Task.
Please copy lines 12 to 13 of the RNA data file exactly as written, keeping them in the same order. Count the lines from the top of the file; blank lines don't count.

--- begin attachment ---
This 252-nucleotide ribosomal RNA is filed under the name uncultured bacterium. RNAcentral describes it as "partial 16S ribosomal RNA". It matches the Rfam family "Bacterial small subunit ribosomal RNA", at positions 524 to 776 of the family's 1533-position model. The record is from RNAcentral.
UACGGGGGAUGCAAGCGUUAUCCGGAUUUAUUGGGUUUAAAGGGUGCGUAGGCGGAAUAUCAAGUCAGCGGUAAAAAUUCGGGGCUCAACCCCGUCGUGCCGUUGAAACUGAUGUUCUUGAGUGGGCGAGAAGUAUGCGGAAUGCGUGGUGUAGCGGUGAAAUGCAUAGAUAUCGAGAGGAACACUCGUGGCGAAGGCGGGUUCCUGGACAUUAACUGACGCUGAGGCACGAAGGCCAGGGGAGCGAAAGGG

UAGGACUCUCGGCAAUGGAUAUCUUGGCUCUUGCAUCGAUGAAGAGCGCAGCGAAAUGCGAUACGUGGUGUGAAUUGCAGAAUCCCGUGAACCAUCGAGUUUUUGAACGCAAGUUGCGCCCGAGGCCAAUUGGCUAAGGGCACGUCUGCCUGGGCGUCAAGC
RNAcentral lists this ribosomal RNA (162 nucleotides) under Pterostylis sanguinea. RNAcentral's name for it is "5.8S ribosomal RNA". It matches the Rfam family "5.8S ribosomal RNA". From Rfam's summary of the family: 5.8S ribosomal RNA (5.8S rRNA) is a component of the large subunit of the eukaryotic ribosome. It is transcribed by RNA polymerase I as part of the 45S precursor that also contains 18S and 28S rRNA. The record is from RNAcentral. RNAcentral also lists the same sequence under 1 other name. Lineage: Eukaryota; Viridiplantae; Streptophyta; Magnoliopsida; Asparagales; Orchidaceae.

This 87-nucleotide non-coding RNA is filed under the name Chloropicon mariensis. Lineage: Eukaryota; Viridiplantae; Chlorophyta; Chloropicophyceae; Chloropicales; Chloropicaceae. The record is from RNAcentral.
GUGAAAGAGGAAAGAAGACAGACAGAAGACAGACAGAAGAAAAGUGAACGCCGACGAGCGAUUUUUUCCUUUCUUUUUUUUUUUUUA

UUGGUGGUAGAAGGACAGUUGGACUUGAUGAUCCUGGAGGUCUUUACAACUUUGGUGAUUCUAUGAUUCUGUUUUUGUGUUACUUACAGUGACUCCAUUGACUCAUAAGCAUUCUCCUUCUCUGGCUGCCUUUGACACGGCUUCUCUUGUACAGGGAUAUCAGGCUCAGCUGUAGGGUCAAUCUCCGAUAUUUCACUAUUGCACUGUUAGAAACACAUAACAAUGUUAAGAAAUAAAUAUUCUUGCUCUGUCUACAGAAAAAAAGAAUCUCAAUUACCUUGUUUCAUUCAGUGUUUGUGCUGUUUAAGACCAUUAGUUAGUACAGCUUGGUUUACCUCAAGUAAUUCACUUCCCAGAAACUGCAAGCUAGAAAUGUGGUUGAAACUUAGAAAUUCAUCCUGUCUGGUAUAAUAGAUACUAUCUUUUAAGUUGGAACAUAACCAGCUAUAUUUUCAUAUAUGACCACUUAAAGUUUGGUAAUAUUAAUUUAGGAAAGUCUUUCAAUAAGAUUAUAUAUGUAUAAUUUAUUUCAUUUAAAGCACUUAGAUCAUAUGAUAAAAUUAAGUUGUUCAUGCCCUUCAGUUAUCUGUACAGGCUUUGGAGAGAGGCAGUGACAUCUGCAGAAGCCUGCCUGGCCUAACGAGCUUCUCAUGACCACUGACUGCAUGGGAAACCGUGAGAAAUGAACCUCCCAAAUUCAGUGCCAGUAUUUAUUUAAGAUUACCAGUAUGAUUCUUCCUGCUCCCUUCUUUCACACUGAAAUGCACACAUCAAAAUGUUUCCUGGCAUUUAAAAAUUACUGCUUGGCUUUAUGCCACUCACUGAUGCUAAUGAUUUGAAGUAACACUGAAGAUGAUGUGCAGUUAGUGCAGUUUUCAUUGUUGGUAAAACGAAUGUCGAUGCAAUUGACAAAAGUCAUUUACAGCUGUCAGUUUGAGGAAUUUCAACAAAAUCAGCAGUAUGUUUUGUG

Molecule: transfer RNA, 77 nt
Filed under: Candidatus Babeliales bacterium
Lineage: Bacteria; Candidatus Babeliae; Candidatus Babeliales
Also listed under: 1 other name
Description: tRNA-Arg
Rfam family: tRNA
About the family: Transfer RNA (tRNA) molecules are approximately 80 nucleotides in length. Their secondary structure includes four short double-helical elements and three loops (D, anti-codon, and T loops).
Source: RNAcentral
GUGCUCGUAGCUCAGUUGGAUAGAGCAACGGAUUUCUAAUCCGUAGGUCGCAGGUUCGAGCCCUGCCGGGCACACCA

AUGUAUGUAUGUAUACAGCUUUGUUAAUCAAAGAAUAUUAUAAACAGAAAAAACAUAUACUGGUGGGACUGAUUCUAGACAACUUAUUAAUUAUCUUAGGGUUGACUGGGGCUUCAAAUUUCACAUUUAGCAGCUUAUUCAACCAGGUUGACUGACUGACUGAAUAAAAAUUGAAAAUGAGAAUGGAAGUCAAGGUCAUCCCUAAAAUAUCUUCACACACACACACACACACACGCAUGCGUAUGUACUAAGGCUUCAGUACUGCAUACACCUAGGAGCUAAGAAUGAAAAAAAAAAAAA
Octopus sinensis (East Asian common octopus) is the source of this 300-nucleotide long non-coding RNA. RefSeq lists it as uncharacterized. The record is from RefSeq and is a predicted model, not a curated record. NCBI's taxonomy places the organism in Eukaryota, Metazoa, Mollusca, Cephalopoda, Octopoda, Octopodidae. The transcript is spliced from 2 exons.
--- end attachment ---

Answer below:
Description: tRNA-Arg
Rfam family: tRNA